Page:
April 22, 2021
Authored by: Katherine Ashton and Vicki Westerhaus
The House Committee on Financial Services met virtually on April 20, 2021 to consider legislation that, among other things, would require public companies to annually disclose the voluntarily, self-identified gender, race, ethnicity and veteran status of their board directors. The Committee cited a 2017 board diversity survey finding that increased board diversity improves companies’ ability to innovate and enhances overall business performance.
In the meantime, the wait continues for an SEC decision on Nasdaq’s proposed “comply or explain why not” mandate that would require public disclosure of board diversity statistics for most Nasdaq-listed companies, initially proposed in December 2020. The SEC most recently acted on these rules on March 10, 2021, when it issued an “Order Instituting Proceedings to Determine Whether to Approve or Disapprove Proposed Rule Changes, as Modified by Amendment No. 1” (the “Order”). The Order postponed the date, which had already been extended, by which the SEC is required to make its decision regarding the proposed rules, as amended, until possibly as late as August 2021.
Some speculated that the delay was, at least in part, to allow time for Gary Gensler to be named SEC Chair. The Senate confirmed Gensler’s nomination on April 14, 2021, and he was sworn in as a member of the SEC on April 17, 2021, so many expect movement on the Order this summer. Comments continue to trickle in to the SEC website, and the SEC Office of the Investor Advocate continues to meet by telephone and virtually with interested members of the public who wish to share their comments. While a substantial number of the comment letters submitted to date support the proposal, others communicate fervent opposition.
In the Order, the SEC explains that it is initiating proceedings because of the issues raised by the proposed rules and to “allow for additional analysis of, and input from commenters with respect to, the consistency of the proposed rule changes with the requirements of the [Exchange] Act.” As required, the Order sets out possible grounds for disapproval, namely (1) any SEC determination that the rules are inconsistent with the Exchange Act requirement that listing rules “be designed to, among other things, protect investors and the public interest and not be designed to regulate matters not related to the purposes of the Exchange Act or the administration of the exchange” and (2) with respect to the rules that would provide for diversity-related recruiting benefits, would include any SEC determination that the rules are inconsistent with the Exchange Act’s requirement that listing rules provide for the equitable allocation of dues, fees and other charges among its members, issuers and certain others.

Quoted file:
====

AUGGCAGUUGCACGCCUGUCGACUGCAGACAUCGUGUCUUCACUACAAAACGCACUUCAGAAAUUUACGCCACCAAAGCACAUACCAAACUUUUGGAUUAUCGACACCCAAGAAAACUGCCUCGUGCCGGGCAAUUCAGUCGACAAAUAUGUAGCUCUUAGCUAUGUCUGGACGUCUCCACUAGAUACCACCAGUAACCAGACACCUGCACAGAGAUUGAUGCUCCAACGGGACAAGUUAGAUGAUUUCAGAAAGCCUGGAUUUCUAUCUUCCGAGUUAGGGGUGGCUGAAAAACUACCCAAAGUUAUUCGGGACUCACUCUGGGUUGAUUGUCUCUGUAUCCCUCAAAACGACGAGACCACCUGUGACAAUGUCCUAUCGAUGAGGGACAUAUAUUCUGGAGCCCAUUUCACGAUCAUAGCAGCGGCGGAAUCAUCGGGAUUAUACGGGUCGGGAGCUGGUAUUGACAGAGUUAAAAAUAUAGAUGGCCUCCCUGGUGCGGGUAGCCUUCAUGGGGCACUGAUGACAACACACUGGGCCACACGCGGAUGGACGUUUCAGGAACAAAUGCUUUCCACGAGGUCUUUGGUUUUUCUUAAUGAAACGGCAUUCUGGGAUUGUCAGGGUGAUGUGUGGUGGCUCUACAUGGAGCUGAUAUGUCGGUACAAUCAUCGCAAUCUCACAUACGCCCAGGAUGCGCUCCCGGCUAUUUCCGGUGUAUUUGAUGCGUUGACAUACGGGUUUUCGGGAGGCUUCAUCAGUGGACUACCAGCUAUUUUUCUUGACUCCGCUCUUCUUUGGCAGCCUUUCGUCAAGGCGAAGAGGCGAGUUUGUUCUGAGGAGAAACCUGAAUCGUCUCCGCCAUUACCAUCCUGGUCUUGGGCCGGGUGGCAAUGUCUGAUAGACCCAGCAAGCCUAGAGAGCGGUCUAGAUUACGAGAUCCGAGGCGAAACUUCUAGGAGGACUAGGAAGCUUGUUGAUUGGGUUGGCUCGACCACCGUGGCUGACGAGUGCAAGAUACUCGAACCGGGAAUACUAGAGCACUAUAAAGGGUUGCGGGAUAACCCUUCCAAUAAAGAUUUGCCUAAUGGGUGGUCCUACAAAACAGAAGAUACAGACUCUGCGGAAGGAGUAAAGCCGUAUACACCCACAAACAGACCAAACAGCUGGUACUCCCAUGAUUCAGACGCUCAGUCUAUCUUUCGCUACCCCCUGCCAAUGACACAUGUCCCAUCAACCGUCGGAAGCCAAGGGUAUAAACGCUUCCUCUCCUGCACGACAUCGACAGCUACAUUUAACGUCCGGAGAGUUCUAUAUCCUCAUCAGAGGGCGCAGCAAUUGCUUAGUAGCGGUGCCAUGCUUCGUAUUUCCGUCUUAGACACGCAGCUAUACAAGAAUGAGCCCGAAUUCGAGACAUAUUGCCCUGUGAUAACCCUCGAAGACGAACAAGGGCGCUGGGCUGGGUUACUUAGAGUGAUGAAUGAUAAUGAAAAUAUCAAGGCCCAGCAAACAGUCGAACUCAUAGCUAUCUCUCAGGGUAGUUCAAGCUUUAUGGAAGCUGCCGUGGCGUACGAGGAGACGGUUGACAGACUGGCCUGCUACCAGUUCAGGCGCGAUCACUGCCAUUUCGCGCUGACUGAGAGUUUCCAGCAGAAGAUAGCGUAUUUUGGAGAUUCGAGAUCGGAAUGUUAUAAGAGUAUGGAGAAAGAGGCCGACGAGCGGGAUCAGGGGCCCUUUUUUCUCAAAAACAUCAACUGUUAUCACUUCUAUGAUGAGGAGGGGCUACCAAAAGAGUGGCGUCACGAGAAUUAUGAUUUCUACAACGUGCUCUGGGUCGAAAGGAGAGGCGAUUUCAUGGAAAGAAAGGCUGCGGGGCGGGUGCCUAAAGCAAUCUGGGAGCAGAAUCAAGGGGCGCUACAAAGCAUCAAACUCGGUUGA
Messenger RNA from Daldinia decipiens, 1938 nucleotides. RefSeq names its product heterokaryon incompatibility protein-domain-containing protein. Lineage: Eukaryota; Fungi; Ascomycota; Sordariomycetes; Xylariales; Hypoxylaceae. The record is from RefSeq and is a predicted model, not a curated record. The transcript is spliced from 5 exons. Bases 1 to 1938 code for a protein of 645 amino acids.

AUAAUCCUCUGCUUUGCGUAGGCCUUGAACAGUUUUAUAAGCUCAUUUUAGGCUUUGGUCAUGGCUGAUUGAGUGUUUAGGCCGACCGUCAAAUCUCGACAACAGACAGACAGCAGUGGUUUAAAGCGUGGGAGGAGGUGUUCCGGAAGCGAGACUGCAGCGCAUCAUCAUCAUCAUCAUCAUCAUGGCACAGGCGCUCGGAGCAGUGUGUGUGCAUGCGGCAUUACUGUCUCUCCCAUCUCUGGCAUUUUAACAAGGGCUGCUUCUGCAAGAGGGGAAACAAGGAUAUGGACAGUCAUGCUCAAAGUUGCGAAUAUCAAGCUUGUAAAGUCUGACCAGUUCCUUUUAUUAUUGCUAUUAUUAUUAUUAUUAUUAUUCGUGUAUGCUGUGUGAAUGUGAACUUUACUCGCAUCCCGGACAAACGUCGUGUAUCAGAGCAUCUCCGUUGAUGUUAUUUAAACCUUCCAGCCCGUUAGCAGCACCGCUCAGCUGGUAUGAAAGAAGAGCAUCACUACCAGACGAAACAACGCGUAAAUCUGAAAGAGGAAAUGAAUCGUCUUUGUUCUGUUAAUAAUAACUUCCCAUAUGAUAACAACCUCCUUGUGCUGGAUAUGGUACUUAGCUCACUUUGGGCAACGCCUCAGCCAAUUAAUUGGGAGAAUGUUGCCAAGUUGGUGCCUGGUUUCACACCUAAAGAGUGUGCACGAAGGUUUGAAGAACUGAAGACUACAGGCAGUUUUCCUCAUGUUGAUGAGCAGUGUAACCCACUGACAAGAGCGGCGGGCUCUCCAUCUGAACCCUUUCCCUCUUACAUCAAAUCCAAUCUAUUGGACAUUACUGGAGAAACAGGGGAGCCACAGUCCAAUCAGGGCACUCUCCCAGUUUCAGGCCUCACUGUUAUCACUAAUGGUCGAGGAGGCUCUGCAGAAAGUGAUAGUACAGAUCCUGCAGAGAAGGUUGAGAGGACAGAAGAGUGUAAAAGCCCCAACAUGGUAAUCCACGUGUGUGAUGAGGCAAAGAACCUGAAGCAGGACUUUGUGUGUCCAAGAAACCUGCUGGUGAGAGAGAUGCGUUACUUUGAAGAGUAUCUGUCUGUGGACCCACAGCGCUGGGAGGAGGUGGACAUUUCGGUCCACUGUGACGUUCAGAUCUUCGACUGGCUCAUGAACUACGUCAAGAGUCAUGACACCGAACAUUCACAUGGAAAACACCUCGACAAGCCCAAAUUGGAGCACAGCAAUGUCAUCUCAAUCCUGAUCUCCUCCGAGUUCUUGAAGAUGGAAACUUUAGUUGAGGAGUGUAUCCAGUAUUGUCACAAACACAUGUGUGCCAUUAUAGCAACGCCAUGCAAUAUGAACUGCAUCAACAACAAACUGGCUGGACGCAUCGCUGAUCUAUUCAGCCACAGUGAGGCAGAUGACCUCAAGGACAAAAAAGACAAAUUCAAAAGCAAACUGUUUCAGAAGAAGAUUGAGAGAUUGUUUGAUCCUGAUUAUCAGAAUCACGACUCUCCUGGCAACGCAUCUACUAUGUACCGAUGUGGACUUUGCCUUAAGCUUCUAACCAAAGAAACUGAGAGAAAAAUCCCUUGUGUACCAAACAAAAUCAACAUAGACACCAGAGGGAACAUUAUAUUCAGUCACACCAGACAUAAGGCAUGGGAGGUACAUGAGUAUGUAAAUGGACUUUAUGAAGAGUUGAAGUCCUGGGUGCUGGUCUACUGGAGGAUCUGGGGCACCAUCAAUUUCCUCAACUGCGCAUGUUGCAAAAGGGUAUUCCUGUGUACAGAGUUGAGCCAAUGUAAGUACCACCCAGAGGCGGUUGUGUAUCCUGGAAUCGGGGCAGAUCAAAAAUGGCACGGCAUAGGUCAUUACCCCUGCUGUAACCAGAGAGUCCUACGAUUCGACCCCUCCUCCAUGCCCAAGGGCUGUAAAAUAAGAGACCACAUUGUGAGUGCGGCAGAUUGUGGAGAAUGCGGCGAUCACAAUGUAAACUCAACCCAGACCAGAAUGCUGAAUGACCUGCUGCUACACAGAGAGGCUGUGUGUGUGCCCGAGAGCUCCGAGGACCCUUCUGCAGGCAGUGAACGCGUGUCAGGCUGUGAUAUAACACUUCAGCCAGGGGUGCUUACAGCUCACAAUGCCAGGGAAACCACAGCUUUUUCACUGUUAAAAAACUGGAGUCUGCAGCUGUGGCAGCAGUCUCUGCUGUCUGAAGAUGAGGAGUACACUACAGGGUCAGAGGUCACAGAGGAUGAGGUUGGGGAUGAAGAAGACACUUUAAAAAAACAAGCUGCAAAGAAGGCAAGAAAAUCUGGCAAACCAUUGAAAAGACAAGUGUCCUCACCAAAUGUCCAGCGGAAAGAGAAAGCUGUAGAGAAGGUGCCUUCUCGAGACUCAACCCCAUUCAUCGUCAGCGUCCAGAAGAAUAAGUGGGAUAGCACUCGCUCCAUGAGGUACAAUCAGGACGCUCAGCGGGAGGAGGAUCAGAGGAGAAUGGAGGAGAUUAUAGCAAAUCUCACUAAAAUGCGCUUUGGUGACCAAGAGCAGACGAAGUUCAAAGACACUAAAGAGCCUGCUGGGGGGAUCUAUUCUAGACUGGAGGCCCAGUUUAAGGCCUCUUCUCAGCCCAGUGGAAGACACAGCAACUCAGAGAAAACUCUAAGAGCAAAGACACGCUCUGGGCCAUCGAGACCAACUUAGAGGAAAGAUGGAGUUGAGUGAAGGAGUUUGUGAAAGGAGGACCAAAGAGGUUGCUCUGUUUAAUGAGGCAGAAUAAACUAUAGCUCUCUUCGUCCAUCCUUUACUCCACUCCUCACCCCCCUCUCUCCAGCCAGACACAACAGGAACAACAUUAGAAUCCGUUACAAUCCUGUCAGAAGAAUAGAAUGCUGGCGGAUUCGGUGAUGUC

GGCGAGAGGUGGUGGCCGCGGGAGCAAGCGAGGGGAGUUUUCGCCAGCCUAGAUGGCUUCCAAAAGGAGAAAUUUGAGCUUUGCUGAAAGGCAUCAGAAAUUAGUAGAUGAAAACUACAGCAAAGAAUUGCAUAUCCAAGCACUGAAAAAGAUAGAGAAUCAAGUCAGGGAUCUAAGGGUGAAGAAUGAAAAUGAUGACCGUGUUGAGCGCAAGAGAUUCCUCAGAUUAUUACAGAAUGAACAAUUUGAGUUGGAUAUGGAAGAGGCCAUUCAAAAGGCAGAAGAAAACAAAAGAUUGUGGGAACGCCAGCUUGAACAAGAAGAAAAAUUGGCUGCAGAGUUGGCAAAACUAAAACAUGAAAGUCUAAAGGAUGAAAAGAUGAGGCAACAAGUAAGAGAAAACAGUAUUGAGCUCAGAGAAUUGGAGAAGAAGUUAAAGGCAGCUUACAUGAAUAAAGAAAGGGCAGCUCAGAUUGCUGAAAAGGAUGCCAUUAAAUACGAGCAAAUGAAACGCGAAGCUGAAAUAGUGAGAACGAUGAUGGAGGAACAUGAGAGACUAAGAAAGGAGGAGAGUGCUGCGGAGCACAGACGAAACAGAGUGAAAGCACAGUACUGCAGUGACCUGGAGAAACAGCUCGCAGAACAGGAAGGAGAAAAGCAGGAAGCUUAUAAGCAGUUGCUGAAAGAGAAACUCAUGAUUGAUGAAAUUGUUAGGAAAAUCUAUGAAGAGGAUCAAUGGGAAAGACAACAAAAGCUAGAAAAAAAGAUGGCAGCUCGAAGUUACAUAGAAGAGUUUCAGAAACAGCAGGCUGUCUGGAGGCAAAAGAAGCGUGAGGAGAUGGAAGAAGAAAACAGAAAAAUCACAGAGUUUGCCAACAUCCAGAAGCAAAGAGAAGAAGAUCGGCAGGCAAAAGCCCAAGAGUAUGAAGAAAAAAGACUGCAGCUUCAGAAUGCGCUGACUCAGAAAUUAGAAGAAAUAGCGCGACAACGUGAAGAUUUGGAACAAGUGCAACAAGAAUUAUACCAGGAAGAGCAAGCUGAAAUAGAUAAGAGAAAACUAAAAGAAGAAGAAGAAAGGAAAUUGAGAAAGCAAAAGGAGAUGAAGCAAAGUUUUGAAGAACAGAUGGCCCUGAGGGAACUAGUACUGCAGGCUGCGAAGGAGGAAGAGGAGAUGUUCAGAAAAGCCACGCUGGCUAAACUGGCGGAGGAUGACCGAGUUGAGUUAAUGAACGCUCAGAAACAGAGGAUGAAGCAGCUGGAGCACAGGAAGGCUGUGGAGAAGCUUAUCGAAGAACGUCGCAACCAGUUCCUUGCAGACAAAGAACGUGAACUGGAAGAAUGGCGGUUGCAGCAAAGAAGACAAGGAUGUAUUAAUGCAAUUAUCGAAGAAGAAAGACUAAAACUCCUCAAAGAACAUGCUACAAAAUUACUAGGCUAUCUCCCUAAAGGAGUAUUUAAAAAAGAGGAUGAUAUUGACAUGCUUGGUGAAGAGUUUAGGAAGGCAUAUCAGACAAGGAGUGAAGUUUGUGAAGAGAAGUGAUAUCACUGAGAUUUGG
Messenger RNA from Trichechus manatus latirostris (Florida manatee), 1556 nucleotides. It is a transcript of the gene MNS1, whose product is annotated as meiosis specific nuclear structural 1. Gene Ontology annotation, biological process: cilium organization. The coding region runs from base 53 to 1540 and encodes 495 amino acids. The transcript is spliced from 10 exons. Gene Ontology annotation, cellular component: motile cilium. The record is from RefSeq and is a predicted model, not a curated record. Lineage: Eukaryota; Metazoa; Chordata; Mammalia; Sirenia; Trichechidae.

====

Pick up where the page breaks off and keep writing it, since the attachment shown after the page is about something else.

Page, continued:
Proposed Rule Changes. Under the proposed rules, as amended, most Nasdaq-listed companies would – within a two-to-four year phase-in period – be required to have two diverse directors on their boards, provided that companies with five or fewer directors would only be required to have one diverse director. Companies not meeting the applicable diversity “requirement” could avoid delisting by explaining “why not” in their public filings. The proposed rules would also require companies to include in their SEC governance filings a specified form of “diversity matrix” setting out certain anonymous aggregate data regarding the diversity of their directors. Finally, the rules would provide eligible listed companies with one year of free access to a board recruiting resource. We provided additional information regarding the rules as originally proposed in our December 2, 2020 post and, as amended, in our March 1, 2021 post.